4. t.t.

    September 17, 2010 at 10:06 pm

    this bailout is b.s. the only people who kept the money were the banks and the bailout money is so the bank doesn’t have to fire sale the property and take as large as loss as they normally would in a foreclosure. there are the loan servicing companies that are handling the loans and there are the attorneys that represent the banks. the loan servicing company offers a discount on the property for a fee. the attorney representing the note holder says it’s a scam. so, you don’t pay the fee to the loan servicing company for the large discount, the loan servicing company contacts the attorney and the attorney forecloses. who wins? the loan servicing company does if the homeowner pays the fee. the attorney who forces the issue by convincing the borrower they are being scammed by the loan servicing company. in my part of the country, the foreclosures are being discounted only 10% off the regular price. that in itself, tells it all.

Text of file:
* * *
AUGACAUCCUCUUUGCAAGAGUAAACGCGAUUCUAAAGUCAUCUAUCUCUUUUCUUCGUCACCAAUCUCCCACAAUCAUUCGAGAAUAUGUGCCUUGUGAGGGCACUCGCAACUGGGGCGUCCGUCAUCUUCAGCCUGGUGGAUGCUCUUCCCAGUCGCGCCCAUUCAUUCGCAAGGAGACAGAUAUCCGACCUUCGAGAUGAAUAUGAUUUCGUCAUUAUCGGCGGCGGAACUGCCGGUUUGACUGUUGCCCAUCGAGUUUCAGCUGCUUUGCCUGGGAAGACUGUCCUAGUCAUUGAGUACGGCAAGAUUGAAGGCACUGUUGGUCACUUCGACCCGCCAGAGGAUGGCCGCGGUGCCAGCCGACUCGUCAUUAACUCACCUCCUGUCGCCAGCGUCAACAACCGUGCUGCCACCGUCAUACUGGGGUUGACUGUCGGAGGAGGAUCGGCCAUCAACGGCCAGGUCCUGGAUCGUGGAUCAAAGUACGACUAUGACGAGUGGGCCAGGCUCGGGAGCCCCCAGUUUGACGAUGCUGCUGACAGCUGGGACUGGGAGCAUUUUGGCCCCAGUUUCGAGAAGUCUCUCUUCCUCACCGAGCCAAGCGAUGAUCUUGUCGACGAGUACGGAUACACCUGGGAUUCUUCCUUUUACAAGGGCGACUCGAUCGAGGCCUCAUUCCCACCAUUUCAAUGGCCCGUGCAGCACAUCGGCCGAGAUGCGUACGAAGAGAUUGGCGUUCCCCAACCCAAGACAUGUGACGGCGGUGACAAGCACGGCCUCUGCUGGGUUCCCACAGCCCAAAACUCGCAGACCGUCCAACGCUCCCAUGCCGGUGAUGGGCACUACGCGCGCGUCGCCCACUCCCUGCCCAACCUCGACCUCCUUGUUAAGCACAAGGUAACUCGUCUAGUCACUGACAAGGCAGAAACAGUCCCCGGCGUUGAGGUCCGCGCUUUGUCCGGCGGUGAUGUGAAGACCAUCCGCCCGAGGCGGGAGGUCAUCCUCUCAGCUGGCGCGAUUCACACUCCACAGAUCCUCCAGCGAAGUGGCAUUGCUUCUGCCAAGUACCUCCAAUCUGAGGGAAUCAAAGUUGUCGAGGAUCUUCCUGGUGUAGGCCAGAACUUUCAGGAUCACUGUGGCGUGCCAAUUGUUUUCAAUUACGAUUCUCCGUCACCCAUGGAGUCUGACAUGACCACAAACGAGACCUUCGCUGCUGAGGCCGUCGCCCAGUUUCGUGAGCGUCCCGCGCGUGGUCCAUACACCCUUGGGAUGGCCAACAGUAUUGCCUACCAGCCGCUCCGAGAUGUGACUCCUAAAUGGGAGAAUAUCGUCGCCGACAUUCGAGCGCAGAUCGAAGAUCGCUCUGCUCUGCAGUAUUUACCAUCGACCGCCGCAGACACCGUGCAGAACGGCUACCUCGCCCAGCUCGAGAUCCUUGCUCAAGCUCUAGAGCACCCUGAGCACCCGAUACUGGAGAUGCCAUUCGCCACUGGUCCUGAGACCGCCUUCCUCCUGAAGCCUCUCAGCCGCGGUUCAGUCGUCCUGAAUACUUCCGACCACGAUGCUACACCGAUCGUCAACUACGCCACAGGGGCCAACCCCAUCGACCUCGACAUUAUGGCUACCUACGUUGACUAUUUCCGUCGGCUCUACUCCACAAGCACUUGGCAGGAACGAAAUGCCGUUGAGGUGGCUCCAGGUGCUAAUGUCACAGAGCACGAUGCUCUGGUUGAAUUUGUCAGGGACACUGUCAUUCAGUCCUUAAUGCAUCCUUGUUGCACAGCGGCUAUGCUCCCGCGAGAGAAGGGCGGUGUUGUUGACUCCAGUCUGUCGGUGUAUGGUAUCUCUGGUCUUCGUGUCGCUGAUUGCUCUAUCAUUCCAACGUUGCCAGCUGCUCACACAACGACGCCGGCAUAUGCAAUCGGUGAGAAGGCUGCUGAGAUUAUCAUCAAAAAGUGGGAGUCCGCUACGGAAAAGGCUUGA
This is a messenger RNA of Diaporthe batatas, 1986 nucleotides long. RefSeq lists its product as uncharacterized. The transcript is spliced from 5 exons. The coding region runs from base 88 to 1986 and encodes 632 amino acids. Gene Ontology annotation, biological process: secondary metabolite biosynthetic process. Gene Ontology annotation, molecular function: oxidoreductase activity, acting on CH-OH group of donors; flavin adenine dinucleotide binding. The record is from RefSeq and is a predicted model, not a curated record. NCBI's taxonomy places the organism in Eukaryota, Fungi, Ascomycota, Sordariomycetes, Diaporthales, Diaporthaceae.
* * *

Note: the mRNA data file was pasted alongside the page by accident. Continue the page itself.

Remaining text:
5. Regina Hairston

    December 9, 2010 at 3:05 pm

    I have tried over and over again with my loss mitigation department in using the HAMP program and continued to be denied. I finally received a letter still saying I was denied but if I was going to pre-qualify for the program I needed $3035.08 sent by July 13, 2010, which I managed to send on July 1, 2010.

    I again received a notice that I was still denied, but please continue to send my budget information with any increase or decrease of my financial situation. I DID THAT! I than begin to ask what happened to the $3035.08 I had sent…noone knew and would get back with me…never happened!

    My house has been sold back to the bank as of 10/25/2010, because Loss Mitigation said they HAD NOT heard from me since JULY! Now I am ordered to get out of my house by January 25th 2010! I have no where to go! Now What! I was told by a representative of Loss Mitigation I should have been talking to the foreclosure department after I was denied the first time…who new! what a scam! I am praying the foreclosure department will help me and my family will make me an offer to stay in the home or else we are on the street. In the meantime….Loss Mitigation receive my money and kick me out of my house without help!